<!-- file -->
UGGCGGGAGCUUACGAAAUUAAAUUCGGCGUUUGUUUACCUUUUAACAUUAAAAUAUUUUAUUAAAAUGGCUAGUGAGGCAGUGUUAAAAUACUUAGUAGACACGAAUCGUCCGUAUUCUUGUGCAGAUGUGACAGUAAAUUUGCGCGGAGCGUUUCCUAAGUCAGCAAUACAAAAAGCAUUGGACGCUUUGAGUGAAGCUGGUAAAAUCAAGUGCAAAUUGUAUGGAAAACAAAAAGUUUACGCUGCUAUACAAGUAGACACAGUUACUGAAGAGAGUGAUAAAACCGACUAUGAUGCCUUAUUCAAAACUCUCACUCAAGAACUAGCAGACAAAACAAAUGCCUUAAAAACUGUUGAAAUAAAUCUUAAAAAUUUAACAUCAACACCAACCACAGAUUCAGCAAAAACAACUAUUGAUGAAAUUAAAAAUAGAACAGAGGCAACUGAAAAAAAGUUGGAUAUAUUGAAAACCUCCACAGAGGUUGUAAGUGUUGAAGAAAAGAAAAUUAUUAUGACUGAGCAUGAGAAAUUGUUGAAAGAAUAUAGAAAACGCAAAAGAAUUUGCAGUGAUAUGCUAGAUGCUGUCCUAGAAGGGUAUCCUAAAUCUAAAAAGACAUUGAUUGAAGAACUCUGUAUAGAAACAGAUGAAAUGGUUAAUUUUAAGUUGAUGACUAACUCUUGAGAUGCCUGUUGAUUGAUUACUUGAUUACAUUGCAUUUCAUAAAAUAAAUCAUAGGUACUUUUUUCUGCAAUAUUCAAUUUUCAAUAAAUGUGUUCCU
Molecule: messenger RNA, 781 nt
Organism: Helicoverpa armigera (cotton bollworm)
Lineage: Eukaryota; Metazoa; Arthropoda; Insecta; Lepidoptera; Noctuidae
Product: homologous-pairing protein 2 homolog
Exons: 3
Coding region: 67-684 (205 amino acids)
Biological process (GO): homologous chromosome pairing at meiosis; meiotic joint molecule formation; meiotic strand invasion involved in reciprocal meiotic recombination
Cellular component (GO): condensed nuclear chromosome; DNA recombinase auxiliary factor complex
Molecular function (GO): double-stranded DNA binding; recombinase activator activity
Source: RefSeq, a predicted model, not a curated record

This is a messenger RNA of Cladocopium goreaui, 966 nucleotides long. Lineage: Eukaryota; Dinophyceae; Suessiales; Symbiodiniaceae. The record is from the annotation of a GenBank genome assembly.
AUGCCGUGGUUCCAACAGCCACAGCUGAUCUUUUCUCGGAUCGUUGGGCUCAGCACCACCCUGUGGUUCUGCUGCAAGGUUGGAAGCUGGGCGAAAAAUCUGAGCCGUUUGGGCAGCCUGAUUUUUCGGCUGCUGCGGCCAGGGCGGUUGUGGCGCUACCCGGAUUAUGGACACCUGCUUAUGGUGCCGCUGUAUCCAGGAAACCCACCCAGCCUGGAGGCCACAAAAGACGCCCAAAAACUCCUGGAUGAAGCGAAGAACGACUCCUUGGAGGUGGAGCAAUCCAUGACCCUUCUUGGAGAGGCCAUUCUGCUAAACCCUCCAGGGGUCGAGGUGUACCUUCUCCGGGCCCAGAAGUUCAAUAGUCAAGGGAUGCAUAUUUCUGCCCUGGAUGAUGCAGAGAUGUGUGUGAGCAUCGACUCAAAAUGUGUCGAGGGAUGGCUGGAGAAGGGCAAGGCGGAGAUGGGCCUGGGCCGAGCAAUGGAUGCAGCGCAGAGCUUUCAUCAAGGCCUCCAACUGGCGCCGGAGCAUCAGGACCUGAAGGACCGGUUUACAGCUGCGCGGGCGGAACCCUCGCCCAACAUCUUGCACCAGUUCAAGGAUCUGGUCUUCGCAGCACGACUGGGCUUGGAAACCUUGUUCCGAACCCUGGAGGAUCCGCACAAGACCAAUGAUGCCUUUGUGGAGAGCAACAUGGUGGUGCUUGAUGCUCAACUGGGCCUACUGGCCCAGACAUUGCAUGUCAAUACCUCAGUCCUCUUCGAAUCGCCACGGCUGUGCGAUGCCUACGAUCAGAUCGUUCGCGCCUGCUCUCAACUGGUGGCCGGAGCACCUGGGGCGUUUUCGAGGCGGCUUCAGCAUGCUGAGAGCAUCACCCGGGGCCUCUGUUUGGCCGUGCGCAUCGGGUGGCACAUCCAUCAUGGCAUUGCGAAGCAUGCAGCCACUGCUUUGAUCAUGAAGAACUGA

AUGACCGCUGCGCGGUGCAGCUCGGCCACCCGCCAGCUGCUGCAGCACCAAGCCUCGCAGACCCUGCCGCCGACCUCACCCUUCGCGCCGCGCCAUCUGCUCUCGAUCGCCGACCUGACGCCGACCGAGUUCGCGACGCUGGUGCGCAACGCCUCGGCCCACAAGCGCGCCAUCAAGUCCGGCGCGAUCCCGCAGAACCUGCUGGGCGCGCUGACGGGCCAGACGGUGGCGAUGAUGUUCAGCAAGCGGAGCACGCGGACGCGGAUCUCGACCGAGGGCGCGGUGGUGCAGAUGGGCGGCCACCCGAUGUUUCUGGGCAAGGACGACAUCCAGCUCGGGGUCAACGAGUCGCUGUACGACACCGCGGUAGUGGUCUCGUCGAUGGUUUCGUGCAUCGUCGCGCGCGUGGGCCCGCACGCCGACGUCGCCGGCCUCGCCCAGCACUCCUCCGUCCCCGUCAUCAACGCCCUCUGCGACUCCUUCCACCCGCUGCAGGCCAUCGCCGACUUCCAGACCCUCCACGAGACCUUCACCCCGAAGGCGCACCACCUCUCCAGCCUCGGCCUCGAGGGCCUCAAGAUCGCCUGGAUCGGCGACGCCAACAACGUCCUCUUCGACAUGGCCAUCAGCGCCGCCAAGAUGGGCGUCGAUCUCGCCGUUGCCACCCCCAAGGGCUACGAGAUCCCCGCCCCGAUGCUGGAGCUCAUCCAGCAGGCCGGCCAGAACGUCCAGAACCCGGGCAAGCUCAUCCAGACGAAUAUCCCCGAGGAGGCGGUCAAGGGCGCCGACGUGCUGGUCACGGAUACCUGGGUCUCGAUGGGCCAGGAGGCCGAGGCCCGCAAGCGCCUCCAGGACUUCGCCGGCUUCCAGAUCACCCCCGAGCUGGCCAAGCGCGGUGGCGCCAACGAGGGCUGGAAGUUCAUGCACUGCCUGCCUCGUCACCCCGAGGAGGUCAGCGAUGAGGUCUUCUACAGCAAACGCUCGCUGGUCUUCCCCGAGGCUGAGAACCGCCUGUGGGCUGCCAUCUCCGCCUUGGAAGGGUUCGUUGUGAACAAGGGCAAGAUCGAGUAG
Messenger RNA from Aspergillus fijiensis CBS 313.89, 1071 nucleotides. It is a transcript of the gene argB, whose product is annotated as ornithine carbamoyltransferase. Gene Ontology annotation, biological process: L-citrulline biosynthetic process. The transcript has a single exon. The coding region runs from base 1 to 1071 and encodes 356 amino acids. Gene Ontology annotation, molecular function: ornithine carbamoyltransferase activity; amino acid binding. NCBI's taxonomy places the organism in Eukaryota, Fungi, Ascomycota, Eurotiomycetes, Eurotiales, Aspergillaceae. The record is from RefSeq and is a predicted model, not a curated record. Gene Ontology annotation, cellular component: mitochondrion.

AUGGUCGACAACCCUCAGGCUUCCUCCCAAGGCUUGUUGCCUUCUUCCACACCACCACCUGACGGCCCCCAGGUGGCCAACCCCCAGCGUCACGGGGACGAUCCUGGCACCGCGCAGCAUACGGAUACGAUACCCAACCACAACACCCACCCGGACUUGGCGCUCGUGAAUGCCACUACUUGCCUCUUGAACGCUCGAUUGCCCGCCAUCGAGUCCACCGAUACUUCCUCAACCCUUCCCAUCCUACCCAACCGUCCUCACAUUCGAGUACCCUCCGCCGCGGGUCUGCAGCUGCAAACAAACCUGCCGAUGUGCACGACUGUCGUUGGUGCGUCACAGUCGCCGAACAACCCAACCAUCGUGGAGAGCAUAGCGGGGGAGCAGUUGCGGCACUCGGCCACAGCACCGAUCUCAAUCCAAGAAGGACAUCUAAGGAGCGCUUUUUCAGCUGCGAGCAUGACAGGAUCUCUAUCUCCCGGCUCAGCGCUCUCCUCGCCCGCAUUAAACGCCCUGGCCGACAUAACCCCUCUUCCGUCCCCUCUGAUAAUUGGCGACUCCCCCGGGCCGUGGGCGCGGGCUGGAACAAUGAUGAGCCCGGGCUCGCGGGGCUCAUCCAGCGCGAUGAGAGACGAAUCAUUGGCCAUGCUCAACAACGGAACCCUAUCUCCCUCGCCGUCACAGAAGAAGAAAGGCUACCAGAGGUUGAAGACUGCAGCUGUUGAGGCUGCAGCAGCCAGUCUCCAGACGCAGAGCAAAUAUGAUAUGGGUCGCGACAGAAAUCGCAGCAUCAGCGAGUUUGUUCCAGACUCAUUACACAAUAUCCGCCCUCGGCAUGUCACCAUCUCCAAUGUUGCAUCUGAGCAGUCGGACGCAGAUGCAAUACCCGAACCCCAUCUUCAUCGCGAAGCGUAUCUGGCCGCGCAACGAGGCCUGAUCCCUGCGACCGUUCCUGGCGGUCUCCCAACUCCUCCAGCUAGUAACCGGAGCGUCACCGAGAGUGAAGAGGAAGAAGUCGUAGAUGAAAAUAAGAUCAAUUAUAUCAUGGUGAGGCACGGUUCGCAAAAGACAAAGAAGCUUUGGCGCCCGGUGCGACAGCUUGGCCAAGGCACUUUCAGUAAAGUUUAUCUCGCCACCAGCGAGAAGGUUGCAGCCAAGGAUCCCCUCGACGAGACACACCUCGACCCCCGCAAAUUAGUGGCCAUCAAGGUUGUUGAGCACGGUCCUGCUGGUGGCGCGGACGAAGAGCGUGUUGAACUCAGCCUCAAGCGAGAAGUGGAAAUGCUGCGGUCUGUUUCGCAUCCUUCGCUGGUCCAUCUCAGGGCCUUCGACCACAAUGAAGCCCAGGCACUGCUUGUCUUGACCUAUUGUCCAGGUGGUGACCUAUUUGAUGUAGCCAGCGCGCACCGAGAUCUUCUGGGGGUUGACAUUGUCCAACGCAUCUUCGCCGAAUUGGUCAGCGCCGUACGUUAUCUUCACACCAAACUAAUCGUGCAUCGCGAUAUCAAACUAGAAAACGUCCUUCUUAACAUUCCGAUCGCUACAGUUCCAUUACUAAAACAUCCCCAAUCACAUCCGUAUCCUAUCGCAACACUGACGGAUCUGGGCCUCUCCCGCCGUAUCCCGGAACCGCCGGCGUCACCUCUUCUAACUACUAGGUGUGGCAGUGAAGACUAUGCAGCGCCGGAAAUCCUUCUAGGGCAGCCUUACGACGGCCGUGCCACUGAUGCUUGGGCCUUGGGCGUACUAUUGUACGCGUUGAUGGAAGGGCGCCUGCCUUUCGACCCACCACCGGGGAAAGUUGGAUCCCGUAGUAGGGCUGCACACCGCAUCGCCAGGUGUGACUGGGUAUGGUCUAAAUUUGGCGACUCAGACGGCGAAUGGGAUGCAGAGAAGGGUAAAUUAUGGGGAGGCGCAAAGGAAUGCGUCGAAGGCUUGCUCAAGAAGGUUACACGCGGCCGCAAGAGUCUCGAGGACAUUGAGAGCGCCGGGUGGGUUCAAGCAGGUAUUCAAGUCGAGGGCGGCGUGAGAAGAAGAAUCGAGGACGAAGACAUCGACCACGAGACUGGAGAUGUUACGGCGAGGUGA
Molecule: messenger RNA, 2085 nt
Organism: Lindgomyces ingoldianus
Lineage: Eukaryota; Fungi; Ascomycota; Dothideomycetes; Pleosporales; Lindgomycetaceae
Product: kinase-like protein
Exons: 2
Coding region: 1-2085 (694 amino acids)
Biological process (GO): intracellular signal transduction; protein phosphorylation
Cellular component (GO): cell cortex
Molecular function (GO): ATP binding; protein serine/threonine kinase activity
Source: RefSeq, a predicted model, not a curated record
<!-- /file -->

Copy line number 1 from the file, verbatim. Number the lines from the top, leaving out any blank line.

UGGCGGGAGCUUACGAAAUUAAAUUCGGCGUUUGUUUACCUUUUAACAUUAAAAUAUUUUAUUAAAAUGGCUAGUGAGGCAGUGUUAAAAUACUUAGUAGACACGAAUCGUCCGUAUUCUUGUGCAGAUGUGACAGUAAAUUUGCGCGGAGCGUUUCCUAAGUCAGCAAUACAAAAAGCAUUGGACGCUUUGAGUGAAGCUGGUAAAAUCAAGUGCAAAUUGUAUGGAAAACAAAAAGUUUACGCUGCUAUACAAGUAGACACAGUUACUGAAGAGAGUGAUAAAACCGACUAUGAUGCCUUAUUCAAAACUCUCACUCAAGAACUAGCAGACAAAACAAAUGCCUUAAAAACUGUUGAAAUAAAUCUUAAAAAUUUAACAUCAACACCAACCACAGAUUCAGCAAAAACAACUAUUGAUGAAAUUAAAAAUAGAACAGAGGCAACUGAAAAAAAGUUGGAUAUAUUGAAAACCUCCACAGAGGUUGUAAGUGUUGAAGAAAAGAAAAUUAUUAUGACUGAGCAUGAGAAAUUGUUGAAAGAAUAUAGAAAACGCAAAAGAAUUUGCAGUGAUAUGCUAGAUGCUGUCCUAGAAGGGUAUCCUAAAUCUAAAAAGACAUUGAUUGAAGAACUCUGUAUAGAAACAGAUGAAAUGGUUAAUUUUAAGUUGAUGACUAACUCUUGAGAUGCCUGUUGAUUGAUUACUUGAUUACAUUGCAUUUCAUAAAAUAAAUCAUAGGUACUUUUUUCUGCAAUAUUCAAUUUUCAAUAAAUGUGUUCCU